So here are a few tips that I have for making wire armatures. As in my last claymation, I created a man out of wire, sculpy, and fabric. The first thing that you need to consider is what your armature will be doing. Since my figure was sitting, I did not need extremely sturdy wire for the legs. I used bailing wire for the entire frames but triple wrapped them together. I used clay that would harden to add weight to the body. Be careful not to put wire on any portion of the body that will flex (i.e. don't put clay on the joints). After that I used scuply clay for any body parts that were visible past the clothing. Not every project will need the same materials so consider what you want your figure to do before you purchase supplies.

motion blur effect

I've been watching Stop Motion Pro tutorials (for those of you who use PCs) and I thought this feature was totally awesome. If your frames feel too disjointed and your animation looks choppy, SMP has a feature that AVERAGES FRAMES!!! That way, it "blurs" the motion together and looks great. I'm not sure how well it works in actual use but, the idea is great and could really help out rough spots if you're going for fluidity in motion.

http://www.stopmotionpro.com/index.php?option=com_content&task=view&id=208&Itemid=122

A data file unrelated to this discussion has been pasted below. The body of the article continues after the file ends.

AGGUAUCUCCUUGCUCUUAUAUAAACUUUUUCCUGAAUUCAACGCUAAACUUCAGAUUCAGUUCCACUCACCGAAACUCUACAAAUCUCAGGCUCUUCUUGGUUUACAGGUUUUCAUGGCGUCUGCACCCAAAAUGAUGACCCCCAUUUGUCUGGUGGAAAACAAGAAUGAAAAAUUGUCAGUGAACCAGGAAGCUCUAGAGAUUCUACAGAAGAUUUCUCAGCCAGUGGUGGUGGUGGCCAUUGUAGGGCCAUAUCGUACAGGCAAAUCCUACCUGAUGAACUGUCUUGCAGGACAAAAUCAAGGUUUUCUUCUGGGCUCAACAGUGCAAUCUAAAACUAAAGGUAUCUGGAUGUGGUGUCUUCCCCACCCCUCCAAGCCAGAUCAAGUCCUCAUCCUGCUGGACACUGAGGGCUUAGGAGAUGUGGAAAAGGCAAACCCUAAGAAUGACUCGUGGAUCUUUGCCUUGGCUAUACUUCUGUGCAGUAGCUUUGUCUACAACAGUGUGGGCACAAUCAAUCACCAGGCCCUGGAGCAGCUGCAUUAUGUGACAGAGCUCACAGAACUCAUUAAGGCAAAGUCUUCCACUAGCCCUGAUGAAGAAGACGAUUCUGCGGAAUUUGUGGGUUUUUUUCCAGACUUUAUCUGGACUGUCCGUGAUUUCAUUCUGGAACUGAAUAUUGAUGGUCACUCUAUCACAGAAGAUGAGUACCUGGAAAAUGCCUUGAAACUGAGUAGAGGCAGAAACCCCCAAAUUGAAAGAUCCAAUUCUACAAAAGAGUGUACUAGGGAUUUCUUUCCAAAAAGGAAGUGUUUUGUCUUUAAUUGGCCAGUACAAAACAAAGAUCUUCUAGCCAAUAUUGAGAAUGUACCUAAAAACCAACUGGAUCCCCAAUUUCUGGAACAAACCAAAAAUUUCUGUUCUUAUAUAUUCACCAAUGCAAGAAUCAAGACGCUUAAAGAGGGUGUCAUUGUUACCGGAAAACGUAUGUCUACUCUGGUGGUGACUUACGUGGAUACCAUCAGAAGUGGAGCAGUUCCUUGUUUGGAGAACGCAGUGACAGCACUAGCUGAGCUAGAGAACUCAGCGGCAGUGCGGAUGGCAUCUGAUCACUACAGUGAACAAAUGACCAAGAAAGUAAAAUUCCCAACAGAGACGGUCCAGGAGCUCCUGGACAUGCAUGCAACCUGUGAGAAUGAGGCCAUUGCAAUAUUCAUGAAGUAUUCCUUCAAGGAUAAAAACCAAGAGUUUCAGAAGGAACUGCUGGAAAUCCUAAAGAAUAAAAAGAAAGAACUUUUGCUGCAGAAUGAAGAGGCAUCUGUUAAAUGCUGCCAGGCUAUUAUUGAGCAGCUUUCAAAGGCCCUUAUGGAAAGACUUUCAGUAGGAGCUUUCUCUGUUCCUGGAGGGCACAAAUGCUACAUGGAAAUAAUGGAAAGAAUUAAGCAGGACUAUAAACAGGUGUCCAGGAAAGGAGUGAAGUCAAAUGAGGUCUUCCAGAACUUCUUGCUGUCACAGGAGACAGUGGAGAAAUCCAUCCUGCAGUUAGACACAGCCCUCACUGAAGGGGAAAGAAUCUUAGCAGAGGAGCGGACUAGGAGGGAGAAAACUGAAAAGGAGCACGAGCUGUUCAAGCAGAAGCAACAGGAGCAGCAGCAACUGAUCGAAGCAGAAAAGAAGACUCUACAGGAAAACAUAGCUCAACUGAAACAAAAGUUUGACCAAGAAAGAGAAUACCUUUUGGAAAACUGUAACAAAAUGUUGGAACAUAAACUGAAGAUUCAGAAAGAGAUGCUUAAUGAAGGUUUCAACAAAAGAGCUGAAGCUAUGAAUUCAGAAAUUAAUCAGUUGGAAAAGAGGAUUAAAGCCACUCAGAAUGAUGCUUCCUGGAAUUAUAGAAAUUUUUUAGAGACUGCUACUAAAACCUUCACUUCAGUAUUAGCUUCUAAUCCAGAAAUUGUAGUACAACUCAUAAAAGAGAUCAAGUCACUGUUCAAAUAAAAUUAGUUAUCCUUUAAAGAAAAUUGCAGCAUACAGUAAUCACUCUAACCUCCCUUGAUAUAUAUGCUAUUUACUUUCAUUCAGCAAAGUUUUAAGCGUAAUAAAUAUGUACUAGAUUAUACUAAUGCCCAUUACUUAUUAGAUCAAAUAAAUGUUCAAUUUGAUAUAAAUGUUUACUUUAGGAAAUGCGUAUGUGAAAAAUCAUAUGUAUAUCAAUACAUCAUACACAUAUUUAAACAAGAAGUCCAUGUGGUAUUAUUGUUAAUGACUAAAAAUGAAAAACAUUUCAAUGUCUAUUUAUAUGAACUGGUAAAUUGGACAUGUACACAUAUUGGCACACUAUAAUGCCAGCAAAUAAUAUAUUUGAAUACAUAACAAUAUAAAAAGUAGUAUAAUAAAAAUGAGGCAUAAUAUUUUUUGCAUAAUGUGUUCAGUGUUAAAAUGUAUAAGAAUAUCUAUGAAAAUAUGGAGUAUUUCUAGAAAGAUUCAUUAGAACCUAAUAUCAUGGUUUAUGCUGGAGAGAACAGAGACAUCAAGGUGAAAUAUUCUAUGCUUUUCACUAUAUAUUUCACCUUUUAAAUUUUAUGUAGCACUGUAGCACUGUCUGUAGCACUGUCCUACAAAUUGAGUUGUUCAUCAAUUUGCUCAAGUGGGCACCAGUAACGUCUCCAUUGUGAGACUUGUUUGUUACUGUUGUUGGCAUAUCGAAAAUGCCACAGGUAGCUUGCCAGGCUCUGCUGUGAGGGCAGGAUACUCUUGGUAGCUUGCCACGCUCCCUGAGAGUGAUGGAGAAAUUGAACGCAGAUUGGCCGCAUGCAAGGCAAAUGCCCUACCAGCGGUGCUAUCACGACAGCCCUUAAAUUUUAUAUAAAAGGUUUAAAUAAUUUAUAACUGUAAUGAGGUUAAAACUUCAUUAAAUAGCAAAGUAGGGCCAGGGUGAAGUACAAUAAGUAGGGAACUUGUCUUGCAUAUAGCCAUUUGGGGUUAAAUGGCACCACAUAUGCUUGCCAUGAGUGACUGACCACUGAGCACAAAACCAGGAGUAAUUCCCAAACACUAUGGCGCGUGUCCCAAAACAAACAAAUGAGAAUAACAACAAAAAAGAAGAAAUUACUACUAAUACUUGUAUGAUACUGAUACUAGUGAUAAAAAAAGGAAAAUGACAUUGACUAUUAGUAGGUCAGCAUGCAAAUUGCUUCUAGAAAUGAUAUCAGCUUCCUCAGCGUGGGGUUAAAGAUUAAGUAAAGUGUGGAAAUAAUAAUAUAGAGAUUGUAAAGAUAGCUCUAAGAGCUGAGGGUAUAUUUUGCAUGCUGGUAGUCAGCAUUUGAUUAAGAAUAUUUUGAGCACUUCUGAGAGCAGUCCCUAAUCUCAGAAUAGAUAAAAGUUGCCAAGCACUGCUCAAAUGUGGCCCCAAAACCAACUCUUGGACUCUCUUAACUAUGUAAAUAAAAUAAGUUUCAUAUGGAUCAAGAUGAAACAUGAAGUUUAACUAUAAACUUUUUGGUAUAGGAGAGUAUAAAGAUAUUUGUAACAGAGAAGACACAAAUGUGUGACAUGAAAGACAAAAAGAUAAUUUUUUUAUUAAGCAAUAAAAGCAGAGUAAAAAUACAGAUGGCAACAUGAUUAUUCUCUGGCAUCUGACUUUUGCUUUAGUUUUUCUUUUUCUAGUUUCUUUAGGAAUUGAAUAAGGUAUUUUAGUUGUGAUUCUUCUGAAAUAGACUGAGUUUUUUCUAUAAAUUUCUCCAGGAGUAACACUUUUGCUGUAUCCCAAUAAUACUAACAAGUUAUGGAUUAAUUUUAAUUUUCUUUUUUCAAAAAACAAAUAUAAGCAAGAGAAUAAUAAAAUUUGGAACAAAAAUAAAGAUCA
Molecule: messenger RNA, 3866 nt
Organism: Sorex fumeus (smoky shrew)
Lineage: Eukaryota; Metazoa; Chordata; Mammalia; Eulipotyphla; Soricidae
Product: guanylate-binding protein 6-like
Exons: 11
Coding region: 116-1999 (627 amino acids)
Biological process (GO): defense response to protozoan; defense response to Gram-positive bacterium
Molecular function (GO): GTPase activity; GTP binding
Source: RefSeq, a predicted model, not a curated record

http://www.youtube.com/watch?v=RuUTkvfPpsA

thought this was a cool way of combining clay and actual objects
Hey guys,

I know in class people were talking about what wire is best for making armatures and what kind of clay is best also. I did some googling and I found a site that appears to be from a UPenn Claymation course. On it, there's links to how to build an armature, and it suggests the type of wire. If you scroll down, it also kind of compares the different types of clay that can be used to make a claymation -- even with price differences. Check it out and some of the links.

http://joshuamosley.com/UPenn/courses/mmAni/resourceani_clay.html

Very clever

http://www.youtube.com/watch?v=qBjLW5_dGAM

There are quite a few of these stop motion animations on youtube by this guy PES, this one is really awesome. It just goes to show how far you can go without using clay, and still make an incredible video. The sound goes a long way, and the textures of the different materials found really make for interesting and fantastic animation.

I've been carving tiny pieces of furniture out of foam... let me tell you what... more difficult than I imagined! I'm thinking about finding some of that foam you stick fake flowers into and seeing if that melts with acetone. I would think it would, and if I'm recalling the texture correctly, it might be easier to carve into. We shall see!

Tiny Circus Summer Opportunities

Dear Friends,



Summer is fast approaching and we would like you to be part of Tiny Circus! If you are interested in getting involved the following information will help you get started.

If you are new to Tiny Circus, please read and explore our website and blog, our animations on you tube, and come find us on Facebook!